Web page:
By affirming and defending the concepts of performance and excellence, I’m not suggesting we keep church as usual. (What has the last year and a half of writing this blog been about again?) I’m not suggesting that ministry and music should continue to be the exclusive territory of the best performers. I don’t believe that at all. If it seems that way to you, it is because you are still thinking of these words as comparison words. And I do not think they mean what you think they mean.

So what do these words mean? Or at least, what do I think they mean? 🙂

  • To perform means “to excecute or do something.” That’s basically it. (In this, I am right there with dictionary.com in my definition. We all perform.)
  • Excellence means “virtue or pre-eminince; to excel.” (In this, the dictionary actually does imply comparison; but from a Biblical standpoint, it speaks of that virtue of spirit that brings forth the best of itself–like Daniel’s “excellent spirit.”)
Taken together–to perform something with excellence simply means to do your best, and do it with all your heart. No comparisons with others; only yourself. How does this exclude anyone? Shouldn’t we all be this way?

And when we approach our tasks this way…is this not just about as authentic as we could be?

So if my hair-splitting troubles you, I hope you’ll extend me some grace. And regardless of what these words actually mean, or should mean…I understand that so many people perceive them as intimidating. So if you want to shy away from using words like these to keep from intimidating people, I understand. But at the very least, please don’t use “performance” and “excellence” as words with negative meanings. For at heart, these words really aren’t in opposition to an authentic faith, or an inclusive one.

And neither are the creative people who hold these values so dear.

Musician. Composer. Recovering perfectionist. Minister-in-transition. Lover of puns. Hijacker of rock song references. Questioner of the status quo. I'm not really a rebel. Just a sincere Christ-follower with a thirst for significance that gets me into trouble. My quest has taken me over the fence of institutional Christianity. Here are some of my random thoughts along the way. Read along, join in the conversation. Just be nice.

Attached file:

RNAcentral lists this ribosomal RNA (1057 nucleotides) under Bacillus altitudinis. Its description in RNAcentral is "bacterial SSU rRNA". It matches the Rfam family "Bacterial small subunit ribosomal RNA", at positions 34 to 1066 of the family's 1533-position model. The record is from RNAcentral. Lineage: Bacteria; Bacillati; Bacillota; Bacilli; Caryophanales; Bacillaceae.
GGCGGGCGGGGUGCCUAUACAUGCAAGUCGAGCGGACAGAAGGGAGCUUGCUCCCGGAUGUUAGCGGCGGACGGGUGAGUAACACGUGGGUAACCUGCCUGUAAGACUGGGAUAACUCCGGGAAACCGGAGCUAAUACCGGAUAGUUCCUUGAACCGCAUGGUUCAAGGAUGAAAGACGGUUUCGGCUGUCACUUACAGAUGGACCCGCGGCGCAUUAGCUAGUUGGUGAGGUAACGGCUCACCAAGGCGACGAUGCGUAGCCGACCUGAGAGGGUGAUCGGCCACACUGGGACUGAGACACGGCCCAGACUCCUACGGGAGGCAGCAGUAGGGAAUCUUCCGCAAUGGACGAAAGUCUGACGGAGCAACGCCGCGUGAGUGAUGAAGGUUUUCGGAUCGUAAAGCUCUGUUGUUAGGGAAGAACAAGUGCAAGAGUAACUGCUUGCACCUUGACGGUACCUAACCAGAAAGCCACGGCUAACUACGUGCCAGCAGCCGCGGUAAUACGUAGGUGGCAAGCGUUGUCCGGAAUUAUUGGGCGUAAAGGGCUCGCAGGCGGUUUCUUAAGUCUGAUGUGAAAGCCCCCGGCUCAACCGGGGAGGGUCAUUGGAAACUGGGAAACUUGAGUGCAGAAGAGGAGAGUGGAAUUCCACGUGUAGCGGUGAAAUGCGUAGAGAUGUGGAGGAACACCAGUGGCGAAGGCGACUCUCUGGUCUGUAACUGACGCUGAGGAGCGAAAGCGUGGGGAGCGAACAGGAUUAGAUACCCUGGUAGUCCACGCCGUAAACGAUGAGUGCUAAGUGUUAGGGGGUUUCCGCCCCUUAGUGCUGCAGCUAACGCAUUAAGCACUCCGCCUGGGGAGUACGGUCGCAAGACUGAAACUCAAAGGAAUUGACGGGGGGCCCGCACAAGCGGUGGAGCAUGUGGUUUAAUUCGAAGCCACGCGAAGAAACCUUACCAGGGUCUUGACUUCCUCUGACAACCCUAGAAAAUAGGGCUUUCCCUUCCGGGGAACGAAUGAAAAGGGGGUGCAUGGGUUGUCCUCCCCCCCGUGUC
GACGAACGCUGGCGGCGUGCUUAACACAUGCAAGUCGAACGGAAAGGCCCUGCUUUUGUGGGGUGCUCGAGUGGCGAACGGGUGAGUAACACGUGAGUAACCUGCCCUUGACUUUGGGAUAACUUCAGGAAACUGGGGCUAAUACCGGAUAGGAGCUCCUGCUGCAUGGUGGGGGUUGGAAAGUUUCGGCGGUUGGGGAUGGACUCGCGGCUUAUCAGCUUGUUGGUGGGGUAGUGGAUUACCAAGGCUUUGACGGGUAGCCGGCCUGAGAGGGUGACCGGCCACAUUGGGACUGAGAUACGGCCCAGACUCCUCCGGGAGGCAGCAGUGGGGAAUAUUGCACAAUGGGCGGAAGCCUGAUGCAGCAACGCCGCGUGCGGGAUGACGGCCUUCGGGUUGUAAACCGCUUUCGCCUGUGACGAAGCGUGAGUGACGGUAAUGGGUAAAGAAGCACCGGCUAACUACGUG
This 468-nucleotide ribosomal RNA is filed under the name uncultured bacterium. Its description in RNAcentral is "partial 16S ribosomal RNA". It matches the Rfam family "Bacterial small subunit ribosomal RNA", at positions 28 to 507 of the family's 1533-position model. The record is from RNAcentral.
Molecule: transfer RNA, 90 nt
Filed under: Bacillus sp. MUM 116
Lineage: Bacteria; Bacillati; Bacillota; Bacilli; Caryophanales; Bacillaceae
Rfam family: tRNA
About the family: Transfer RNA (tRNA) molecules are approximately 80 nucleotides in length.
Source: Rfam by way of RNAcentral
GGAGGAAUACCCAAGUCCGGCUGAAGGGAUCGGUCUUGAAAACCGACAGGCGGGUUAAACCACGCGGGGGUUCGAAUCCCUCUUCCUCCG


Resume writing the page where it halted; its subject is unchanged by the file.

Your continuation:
7 Responses to I Do Not Think It Means What You Think It Means (or, Why I Split Hairs)

  1. Steve Oberg

    Jeff – I haven't been here an awhile – feel a bit like a party crasher – but I just have to say a hearty "Amen, amen and amen!" (And I am sure that word means what I think it means…) As a fellow musician/singer/song-writer type guy myself, this post really struck a nerve.
    Why is it that in Church we allow and settle for mediocrity – we let people sing and play who have no business singing and playing – it ain't their gift – and we're not doing anyone any favors by pretending to enjoy it.
    This is in contrast to the "spit & polish" image that so many wish to attain- a very valid point. Putting it a little more plainly, it doesn't have to be 'bad' in order for it to be "authentic – or from the heart." The Psalmist exhort the musicians to "play skillfully" – it's in the Word!
    Excellence at one's calling and craft does not equate phoniness (sp?) or exclusivity, as though one can attain perfection and somehow earn favor in God's eyes with a great performance. Spot on! Thanks for being here!

  2. J. R. Miller

    Good post. I like how you summarized this contrast of how we see these words… "In other words–performance becomes the antithesis of authentic, and excellence becomes the antithesis of inclusive. Meanings unintended for either word."

    Now the challenge is to not just value excellence and performance in the things you love, but in the things other creative types love too. In the process I hope folks start to treat the "institutional" church less like an "enemy" and more like a part of the family that is working out their faith with the same kind of fear and trembling.

  3. Amy

    I have really been enjoying this "series" of blogs you have posted on excellence! I fully agree and completely understand where you are coming from.

    Truly, I believe that some have thrown the baby out with the bathwater, so-to-speak, with regards to doing our best.

    I do believe Papa delights when we do the things He places on our hearts "to our best" with the God-given skills, gifts and education. To our best, in that we put our heart, passion, and produce whatever it is with quality and fruitfulness. In doing so, we actually are setting a message that we care…we care to create, serve, make and produce beauty in whatever creation/production/activity/relationship.